Original images in Fig. 2c. Scale bars, 10 μm.
Extended Data Figure 5 Minimum chemical toxicity of MARS dyes for multicolour live-cell imaging and photo-toxicity of SRS lasers.
a, Control fluorescence images for live/dead cell-viability assay for live HeLa cells (calcein-AM, green, as live cell indicator) and fixed cells (EthD-1, red, as dead cell indicator). b, Live/dead cell-viability assay with 4 μM and 80 μM MARS2228-stained live cells did not reveal substantial chemical toxicity or cell death. 4 μM concentration is the same as used for live-cell stains in Fig. 4a; 80 μM with 20× concentration mimics the 20-colour staining conditions. This test would lead to the same results for MARS2200, MARS2176 and MARS2147, owing to the minimum chemical structural changes introduced by isotopic editing. c, Similar live/dead cell-viability assay with 1× and 20× concentration stain by MARS2237. This test would lead to the same results for MARS2209, MARS2183 and MARS2154. d, 12 continuous frames of SRS imaging targeting the vibrational peak of CH3 (2,940 cm−1) with the same laser power and dwell time as used for multiplex live-cell imaging. e, Fluorescence image of the set of pre-imaged cells in d. Live/dead cell-viability assay did not show observable cell death or any cell-viability loss when compared to the surrounding cells without pre-exposure to the SRS laser. Scale bars, 10 μm.
Extended Data Figure 6 Photo-stability characterization for ten representative epr-SRS dyes (including eight MARS dyes) for live-cell imaging.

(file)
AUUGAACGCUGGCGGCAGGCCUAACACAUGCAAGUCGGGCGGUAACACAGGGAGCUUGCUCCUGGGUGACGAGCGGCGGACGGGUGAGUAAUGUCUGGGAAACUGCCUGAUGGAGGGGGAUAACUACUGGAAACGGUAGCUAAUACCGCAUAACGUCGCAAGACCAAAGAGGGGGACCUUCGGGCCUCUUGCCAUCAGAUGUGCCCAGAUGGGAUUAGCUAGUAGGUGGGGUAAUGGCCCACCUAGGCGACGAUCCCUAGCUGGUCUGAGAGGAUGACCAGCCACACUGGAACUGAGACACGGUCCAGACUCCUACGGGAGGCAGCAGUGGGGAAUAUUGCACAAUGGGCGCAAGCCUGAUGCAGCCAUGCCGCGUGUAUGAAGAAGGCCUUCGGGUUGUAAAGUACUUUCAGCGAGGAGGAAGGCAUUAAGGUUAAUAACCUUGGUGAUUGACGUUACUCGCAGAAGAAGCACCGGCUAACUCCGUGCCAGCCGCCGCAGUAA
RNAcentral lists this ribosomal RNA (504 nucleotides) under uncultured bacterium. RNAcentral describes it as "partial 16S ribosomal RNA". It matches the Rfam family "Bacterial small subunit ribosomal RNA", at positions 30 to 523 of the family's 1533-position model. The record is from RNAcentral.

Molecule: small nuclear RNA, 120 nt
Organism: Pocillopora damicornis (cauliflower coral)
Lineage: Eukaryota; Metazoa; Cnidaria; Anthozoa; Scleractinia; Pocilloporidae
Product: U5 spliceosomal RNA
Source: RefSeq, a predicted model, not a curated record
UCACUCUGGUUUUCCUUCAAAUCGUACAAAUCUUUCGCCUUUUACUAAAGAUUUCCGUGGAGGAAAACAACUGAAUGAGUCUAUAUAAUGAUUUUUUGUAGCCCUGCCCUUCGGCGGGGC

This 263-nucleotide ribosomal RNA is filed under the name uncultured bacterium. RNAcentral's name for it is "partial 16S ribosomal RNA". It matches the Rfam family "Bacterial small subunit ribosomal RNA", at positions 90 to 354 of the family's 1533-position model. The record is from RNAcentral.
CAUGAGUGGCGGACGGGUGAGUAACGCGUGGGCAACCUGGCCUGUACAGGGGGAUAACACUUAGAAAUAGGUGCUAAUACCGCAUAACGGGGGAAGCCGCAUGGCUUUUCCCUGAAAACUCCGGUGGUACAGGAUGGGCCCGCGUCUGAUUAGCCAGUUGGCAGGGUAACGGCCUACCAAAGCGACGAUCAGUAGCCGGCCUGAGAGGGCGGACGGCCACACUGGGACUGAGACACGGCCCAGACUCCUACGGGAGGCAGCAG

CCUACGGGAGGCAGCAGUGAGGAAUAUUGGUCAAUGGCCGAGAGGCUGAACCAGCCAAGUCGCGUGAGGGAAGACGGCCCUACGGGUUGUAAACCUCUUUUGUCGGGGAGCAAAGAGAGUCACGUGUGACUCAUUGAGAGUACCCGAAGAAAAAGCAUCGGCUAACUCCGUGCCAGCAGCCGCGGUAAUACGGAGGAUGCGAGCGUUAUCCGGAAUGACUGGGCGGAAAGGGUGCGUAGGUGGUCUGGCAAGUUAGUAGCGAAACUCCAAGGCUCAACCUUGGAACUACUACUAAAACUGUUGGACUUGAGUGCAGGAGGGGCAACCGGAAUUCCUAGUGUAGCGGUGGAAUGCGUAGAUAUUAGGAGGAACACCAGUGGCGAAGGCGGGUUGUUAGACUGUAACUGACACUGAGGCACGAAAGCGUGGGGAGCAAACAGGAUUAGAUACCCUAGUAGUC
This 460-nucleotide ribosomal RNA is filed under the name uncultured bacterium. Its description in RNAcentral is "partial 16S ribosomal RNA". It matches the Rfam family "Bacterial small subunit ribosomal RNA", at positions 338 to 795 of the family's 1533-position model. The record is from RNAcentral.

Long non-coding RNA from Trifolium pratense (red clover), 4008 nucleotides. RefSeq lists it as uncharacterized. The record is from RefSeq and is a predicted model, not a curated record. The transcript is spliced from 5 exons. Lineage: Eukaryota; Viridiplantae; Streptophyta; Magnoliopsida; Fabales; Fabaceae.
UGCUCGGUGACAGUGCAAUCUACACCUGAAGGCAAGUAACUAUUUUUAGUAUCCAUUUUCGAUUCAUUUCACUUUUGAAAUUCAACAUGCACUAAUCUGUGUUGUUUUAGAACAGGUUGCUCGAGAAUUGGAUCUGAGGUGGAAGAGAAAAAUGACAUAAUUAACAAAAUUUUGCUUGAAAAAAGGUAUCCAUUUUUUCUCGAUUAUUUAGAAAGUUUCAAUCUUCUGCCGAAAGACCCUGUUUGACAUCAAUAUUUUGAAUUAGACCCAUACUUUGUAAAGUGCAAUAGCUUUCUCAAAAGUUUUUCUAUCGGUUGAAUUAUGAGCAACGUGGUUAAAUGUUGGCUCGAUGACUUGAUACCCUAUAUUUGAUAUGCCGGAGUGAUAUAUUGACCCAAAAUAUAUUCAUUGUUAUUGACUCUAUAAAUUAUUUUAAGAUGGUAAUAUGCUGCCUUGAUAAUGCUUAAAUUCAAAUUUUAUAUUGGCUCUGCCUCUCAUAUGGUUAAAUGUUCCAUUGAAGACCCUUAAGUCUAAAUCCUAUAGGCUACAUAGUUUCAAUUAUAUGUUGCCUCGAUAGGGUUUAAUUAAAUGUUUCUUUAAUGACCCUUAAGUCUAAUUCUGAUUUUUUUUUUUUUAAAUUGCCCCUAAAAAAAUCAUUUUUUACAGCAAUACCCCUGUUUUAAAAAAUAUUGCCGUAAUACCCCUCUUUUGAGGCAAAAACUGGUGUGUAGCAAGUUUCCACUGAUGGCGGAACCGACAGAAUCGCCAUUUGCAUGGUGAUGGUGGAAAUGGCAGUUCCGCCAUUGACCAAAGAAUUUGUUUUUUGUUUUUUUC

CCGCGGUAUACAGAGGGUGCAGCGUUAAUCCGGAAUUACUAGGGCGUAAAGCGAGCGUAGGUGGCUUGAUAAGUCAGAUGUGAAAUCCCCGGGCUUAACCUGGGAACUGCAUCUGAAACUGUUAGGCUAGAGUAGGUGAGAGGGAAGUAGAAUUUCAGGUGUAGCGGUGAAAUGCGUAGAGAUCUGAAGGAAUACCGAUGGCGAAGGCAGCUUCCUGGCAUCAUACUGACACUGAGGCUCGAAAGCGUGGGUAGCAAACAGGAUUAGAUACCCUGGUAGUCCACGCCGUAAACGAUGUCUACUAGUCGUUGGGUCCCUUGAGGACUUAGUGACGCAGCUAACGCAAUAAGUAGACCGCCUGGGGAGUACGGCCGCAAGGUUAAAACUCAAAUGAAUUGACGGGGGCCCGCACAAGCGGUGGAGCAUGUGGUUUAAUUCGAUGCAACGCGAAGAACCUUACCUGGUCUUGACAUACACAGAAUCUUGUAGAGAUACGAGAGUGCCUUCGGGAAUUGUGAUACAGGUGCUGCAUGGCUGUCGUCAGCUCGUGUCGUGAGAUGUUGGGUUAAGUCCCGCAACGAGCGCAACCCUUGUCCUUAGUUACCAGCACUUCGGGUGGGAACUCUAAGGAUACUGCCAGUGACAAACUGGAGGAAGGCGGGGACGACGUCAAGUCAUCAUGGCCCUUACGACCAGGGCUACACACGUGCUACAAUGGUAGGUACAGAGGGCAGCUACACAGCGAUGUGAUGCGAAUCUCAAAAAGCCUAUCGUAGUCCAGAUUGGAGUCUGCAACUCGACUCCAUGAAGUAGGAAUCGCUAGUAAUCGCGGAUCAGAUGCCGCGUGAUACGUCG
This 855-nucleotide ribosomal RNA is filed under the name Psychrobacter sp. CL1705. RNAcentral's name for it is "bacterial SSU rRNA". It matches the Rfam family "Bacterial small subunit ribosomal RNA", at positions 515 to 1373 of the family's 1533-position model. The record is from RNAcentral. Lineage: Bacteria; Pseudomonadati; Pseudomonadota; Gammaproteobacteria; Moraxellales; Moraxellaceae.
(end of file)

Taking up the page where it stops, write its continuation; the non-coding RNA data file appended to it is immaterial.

a–d, The photo-bleaching percentage after 100 frames of SRS scans ranges from 4% to below 13%. Scale bars, 10 μm.
a, Three-channel epr-SRS images at 2,159 cm−1, 2,152 cm−1 and 2,145 cm−1 for 100 μM MARS2145, 1,000 μM MARS2152 and 300 μM MARS2159 before unmixing. b, Images after linear unmixing, with average readings of 94 μM, 1,097 μM and 315 μM for MARS2145, MARS2152 and MARS2159, respectively. c, Raw epr-SRS images for a 3-colour cell mix after each was stained with 1 μM MARS2237, 4 μM MARS2228 and 1 μM MARS2209 separately before linear unmixing. d, Images and their composite after linear unmixing.
a, b, Non-overlaid images of hippocampal neuronal cultures treated with MG132 as in Fig. 4d (a) and a control set without MG132 treatment (b). Scale bars, 10 μm.
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Wei, L., Chen, Z., Shi, L. et al. Super-multiplex vibrational imaging. Nature 544, 465–470 (2017). https://doi.org/10.1038/nature22051